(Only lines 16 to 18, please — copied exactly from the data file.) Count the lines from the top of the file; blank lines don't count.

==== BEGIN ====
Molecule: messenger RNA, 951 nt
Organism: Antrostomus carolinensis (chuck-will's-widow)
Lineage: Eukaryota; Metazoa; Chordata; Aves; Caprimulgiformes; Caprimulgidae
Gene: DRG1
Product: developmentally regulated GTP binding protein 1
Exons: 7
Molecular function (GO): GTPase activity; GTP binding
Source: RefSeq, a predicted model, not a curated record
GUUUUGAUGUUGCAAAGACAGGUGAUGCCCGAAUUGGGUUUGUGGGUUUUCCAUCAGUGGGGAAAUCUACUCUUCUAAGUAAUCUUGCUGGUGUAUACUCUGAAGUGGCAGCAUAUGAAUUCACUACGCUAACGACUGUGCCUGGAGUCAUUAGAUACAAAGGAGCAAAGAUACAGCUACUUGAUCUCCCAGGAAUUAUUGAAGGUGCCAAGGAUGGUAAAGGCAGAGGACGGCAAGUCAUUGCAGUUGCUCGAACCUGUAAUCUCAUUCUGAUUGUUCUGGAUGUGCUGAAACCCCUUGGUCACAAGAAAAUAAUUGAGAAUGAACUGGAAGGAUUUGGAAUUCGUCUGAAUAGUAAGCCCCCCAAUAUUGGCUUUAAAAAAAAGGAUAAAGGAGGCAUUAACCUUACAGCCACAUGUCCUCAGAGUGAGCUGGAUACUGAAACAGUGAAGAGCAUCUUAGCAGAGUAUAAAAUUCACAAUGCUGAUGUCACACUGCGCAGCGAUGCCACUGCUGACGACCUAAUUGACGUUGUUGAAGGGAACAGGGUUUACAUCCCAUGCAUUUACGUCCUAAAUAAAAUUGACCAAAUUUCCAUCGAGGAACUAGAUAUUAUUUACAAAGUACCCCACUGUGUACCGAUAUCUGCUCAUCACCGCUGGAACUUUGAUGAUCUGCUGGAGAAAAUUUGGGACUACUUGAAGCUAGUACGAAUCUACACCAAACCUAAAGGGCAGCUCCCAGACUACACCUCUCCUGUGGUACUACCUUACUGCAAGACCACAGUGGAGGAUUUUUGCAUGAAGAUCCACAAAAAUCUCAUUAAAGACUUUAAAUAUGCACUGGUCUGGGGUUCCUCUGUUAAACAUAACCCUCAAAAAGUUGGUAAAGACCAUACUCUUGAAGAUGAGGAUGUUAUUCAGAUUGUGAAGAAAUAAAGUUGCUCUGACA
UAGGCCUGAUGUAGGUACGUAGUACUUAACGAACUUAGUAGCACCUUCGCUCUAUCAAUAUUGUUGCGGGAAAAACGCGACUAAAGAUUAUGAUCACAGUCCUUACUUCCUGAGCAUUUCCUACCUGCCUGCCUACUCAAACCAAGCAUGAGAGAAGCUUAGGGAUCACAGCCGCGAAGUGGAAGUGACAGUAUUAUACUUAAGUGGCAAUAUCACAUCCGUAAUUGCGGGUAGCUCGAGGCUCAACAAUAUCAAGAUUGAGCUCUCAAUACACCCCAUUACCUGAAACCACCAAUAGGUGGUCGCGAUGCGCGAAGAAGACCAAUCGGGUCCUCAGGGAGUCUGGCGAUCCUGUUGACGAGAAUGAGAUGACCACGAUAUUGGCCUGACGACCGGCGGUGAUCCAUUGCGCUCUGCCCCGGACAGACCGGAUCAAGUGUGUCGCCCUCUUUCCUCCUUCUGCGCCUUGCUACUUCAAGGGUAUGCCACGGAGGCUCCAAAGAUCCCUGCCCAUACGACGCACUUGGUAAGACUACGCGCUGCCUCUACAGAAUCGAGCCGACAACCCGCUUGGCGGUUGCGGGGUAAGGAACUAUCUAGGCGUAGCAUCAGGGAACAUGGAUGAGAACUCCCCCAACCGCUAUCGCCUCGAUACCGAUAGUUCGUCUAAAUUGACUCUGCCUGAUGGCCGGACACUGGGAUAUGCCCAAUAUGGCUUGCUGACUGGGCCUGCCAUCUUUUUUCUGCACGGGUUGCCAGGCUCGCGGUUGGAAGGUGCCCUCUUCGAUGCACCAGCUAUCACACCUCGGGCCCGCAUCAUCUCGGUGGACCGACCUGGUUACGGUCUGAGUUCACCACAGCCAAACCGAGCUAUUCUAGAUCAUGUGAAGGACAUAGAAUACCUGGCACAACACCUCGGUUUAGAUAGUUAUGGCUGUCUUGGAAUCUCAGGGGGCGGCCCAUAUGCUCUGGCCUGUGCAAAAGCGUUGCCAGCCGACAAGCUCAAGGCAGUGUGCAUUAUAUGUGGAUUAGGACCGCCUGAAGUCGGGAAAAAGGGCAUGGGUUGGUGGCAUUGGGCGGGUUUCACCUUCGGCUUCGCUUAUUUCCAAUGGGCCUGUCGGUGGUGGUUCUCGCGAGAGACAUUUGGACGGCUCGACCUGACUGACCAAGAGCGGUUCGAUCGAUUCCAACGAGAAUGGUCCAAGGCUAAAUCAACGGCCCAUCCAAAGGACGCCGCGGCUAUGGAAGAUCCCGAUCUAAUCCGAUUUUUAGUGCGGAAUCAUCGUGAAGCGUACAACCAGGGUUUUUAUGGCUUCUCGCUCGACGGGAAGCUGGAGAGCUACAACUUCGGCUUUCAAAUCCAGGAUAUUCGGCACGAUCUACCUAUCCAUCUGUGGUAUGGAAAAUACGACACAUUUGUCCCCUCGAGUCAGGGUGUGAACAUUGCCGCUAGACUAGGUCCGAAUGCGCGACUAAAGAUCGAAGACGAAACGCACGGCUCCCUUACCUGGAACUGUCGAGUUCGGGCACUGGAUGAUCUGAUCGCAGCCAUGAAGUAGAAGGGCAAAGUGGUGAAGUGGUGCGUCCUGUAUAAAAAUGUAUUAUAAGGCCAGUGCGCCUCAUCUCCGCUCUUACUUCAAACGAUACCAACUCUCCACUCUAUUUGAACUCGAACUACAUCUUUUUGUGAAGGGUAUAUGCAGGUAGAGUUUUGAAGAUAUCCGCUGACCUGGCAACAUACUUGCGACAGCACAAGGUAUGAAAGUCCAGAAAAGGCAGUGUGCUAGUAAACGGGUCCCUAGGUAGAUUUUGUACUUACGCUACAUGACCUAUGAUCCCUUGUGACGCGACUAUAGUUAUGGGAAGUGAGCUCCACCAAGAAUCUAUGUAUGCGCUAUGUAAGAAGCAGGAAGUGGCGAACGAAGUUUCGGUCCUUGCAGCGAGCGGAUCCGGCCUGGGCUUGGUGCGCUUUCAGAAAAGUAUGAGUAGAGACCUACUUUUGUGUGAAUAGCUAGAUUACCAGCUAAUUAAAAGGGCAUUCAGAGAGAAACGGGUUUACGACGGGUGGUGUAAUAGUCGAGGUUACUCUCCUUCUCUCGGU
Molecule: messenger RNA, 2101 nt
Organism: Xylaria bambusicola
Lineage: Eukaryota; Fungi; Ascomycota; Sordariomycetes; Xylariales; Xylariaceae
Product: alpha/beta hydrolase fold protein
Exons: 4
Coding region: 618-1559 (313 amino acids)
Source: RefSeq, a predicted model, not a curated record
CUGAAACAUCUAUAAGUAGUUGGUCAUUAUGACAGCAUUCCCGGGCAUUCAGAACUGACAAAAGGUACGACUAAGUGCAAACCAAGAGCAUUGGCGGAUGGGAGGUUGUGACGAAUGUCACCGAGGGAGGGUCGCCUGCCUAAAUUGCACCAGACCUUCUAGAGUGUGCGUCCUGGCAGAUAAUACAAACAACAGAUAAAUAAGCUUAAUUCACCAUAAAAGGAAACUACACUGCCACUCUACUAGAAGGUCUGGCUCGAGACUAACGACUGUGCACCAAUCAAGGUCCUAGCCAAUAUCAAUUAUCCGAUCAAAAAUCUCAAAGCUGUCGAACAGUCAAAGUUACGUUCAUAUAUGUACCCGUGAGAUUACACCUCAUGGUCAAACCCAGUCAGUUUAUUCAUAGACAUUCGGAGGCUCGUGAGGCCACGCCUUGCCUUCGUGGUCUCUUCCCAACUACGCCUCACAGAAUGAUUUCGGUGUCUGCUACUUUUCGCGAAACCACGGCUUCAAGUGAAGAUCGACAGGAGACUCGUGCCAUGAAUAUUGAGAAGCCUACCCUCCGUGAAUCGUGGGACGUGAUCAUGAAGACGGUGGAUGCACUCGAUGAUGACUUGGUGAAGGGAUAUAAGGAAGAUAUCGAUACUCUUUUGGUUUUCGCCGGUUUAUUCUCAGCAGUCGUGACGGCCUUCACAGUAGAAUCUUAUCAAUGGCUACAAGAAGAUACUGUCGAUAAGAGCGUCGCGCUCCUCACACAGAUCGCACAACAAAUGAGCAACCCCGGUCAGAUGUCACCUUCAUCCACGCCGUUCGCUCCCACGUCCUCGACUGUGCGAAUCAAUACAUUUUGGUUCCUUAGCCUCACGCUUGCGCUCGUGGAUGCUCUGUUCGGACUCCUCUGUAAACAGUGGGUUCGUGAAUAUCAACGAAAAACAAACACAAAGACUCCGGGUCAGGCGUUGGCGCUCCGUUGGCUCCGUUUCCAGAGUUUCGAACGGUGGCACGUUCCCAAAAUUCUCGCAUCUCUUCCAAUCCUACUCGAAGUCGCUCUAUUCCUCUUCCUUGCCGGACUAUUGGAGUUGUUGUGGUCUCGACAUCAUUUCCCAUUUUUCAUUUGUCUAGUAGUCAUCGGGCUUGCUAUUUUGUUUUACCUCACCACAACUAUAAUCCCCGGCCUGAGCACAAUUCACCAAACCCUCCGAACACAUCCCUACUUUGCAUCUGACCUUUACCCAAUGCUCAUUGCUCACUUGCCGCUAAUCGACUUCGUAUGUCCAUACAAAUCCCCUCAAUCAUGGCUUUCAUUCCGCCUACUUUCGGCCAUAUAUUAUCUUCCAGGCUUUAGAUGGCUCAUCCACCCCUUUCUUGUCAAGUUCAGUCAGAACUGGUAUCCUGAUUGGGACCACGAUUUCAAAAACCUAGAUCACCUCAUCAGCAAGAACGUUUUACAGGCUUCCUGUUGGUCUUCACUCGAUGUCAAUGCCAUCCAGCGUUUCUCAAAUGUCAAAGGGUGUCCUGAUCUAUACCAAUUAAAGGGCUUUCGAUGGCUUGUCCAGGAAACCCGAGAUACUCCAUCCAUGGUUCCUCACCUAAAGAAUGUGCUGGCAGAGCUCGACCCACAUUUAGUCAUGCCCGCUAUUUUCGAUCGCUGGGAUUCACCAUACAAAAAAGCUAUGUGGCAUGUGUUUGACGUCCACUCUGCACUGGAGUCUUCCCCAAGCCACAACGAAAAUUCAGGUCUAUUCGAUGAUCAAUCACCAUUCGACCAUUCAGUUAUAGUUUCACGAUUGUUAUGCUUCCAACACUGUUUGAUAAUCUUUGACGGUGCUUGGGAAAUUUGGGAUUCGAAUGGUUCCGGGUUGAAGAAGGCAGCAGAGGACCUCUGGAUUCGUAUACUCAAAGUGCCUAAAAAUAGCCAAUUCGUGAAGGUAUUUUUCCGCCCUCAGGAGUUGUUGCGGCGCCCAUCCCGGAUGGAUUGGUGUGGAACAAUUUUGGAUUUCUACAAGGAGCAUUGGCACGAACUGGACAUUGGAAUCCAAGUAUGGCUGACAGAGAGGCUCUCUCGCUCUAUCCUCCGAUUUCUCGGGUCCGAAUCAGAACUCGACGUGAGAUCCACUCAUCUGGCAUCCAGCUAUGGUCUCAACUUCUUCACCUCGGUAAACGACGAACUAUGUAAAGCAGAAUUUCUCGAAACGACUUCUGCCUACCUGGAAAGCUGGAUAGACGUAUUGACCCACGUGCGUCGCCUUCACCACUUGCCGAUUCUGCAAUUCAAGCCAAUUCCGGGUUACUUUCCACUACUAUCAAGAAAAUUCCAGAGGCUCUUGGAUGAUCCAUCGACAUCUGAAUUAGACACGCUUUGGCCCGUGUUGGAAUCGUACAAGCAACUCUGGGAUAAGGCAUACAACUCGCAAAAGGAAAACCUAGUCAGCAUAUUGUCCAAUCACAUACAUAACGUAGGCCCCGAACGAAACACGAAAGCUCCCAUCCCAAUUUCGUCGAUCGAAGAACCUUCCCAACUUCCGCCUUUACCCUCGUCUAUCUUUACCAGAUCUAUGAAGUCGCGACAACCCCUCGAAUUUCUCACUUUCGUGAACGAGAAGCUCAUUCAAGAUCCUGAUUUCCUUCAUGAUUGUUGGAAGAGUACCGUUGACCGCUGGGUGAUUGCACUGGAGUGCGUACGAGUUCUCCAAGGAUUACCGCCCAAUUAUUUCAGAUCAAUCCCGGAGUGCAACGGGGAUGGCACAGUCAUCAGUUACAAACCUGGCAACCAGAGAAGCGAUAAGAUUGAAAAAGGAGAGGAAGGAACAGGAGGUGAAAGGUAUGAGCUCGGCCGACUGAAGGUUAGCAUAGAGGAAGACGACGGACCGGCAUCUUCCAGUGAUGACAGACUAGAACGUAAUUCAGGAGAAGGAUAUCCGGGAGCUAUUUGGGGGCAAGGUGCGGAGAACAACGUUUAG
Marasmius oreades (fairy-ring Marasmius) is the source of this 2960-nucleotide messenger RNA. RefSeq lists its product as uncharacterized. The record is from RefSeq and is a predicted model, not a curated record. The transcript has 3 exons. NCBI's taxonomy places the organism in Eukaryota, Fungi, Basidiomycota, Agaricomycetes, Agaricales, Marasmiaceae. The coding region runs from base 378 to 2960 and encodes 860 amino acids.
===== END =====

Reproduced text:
Coding region: 618-1559 (313 amino acids)
Source: RefSeq, a predicted model, not a curated record
CUGAAACAUCUAUAAGUAGUUGGUCAUUAUGACAGCAUUCCCGGGCAUUCAGAACUGACAAAAGGUACGACUAAGUGCAAACCAAGAGCAUUGGCGGAUGGGAGGUUGUGACGAAUGUCACCGAGGGAGGGUCGCCUGCCUAAAUUGCACCAGACCUUCUAGAGUGUGCGUCCUGGCAGAUAAUACAAACAACAGAUAAAUAAGCUUAAUUCACCAUAAAAGGAAACUACACUGCCACUCUACUAGAAGGUCUGGCUCGAGACUAACGACUGUGCACCAAUCAAGGUCCUAGCCAAUAUCAAUUAUCCGAUCAAAAAUCUCAAAGCUGUCGAACAGUCAAAGUUACGUUCAUAUAUGUACCCGUGAGAUUACACCUCAUGGUCAAACCCAGUCAGUUUAUUCAUAGACAUUCGGAGGCUCGUGAGGCCACGCCUUGCCUUCGUGGUCUCUUCCCAACUACGCCUCACAGAAUGAUUUCGGUGUCUGCUACUUUUCGCGAAACCACGGCUUCAAGUGAAGAUCGACAGGAGACUCGUGCCAUGAAUAUUGAGAAGCCUACCCUCCGUGAAUCGUGGGACGUGAUCAUGAAGACGGUGGAUGCACUCGAUGAUGACUUGGUGAAGGGAUAUAAGGAAGAUAUCGAUACUCUUUUGGUUUUCGCCGGUUUAUUCUCAGCAGUCGUGACGGCCUUCACAGUAGAAUCUUAUCAAUGGCUACAAGAAGAUACUGUCGAUAAGAGCGUCGCGCUCCUCACACAGAUCGCACAACAAAUGAGCAACCCCGGUCAGAUGUCACCUUCAUCCACGCCGUUCGCUCCCACGUCCUCGACUGUGCGAAUCAAUACAUUUUGGUUCCUUAGCCUCACGCUUGCGCUCGUGGAUGCUCUGUUCGGACUCCUCUGUAAACAGUGGGUUCGUGAAUAUCAACGAAAAACAAACACAAAGACUCCGGGUCAGGCGUUGGCGCUCCGUUGGCUCCGUUUCCAGAGUUUCGAACGGUGGCACGUUCCCAAAAUUCUCGCAUCUCUUCCAAUCCUACUCGAAGUCGCUCUAUUCCUCUUCCUUGCCGGACUAUUGGAGUUGUUGUGGUCUCGACAUCAUUUCCCAUUUUUCAUUUGUCUAGUAGUCAUCGGGCUUGCUAUUUUGUUUUACCUCACCACAACUAUAAUCCCCGGCCUGAGCACAAUUCACCAAACCCUCCGAACACAUCCCUACUUUGCAUCUGACCUUUACCCAAUGCUCAUUGCUCACUUGCCGCUAAUCGACUUCGUAUGUCCAUACAAAUCCCCUCAAUCAUGGCUUUCAUUCCGCCUACUUUCGGCCAUAUAUUAUCUUCCAGGCUUUAGAUGGCUCAUCCACCCCUUUCUUGUCAAGUUCAGUCAGAACUGGUAUCCUGAUUGGGACCACGAUUUCAAAAACCUAGAUCACCUCAUCAGCAAGAACGUUUUACAGGCUUCCUGUUGGUCUUCACUCGAUGUCAAUGCCAUCCAGCGUUUCUCAAAUGUCAAAGGGUGUCCUGAUCUAUACCAAUUAAAGGGCUUUCGAUGGCUUGUCCAGGAAACCCGAGAUACUCCAUCCAUGGUUCCUCACCUAAAGAAUGUGCUGGCAGAGCUCGACCCACAUUUAGUCAUGCCCGCUAUUUUCGAUCGCUGGGAUUCACCAUACAAAAAAGCUAUGUGGCAUGUGUUUGACGUCCACUCUGCACUGGAGUCUUCCCCAAGCCACAACGAAAAUUCAGGUCUAUUCGAUGAUCAAUCACCAUUCGACCAUUCAGUUAUAGUUUCACGAUUGUUAUGCUUCCAACACUGUUUGAUAAUCUUUGACGGUGCUUGGGAAAUUUGGGAUUCGAAUGGUUCCGGGUUGAAGAAGGCAGCAGAGGACCUCUGGAUUCGUAUACUCAAAGUGCCUAAAAAUAGCCAAUUCGUGAAGGUAUUUUUCCGCCCUCAGGAGUUGUUGCGGCGCCCAUCCCGGAUGGAUUGGUGUGGAACAAUUUUGGAUUUCUACAAGGAGCAUUGGCACGAACUGGACAUUGGAAUCCAAGUAUGGCUGACAGAGAGGCUCUCUCGCUCUAUCCUCCGAUUUCUCGGGUCCGAAUCAGAACUCGACGUGAGAUCCACUCAUCUGGCAUCCAGCUAUGGUCUCAACUUCUUCACCUCGGUAAACGACGAACUAUGUAAAGCAGAAUUUCUCGAAACGACUUCUGCCUACCUGGAAAGCUGGAUAGACGUAUUGACCCACGUGCGUCGCCUUCACCACUUGCCGAUUCUGCAAUUCAAGCCAAUUCCGGGUUACUUUCCACUACUAUCAAGAAAAUUCCAGAGGCUCUUGGAUGAUCCAUCGACAUCUGAAUUAGACACGCUUUGGCCCGUGUUGGAAUCGUACAAGCAACUCUGGGAUAAGGCAUACAACUCGCAAAAGGAAAACCUAGUCAGCAUAUUGUCCAAUCACAUACAUAACGUAGGCCCCGAACGAAACACGAAAGCUCCCAUCCCAAUUUCGUCGAUCGAAGAACCUUCCCAACUUCCGCCUUUACCCUCGUCUAUCUUUACCAGAUCUAUGAAGUCGCGACAACCCCUCGAAUUUCUCACUUUCGUGAACGAGAAGCUCAUUCAAGAUCCUGAUUUCCUUCAUGAUUGUUGGAAGAGUACCGUUGACCGCUGGGUGAUUGCACUGGAGUGCGUACGAGUUCUCCAAGGAUUACCGCCCAAUUAUUUCAGAUCAAUCCCGGAGUGCAACGGGGAUGGCACAGUCAUCAGUUACAAACCUGGCAACCAGAGAAGCGAUAAGAUUGAAAAAGGAGAGGAAGGAACAGGAGGUGAAAGGUAUGAGCUCGGCCGACUGAAGGUUAGCAUAGAGGAAGACGACGGACCGGCAUCUUCCAGUGAUGACAGACUAGAACGUAAUUCAGGAGAAGGAUAUCCGGGAGCUAUUUGGGGGCAAGGUGCGGAGAACAACGUUUAG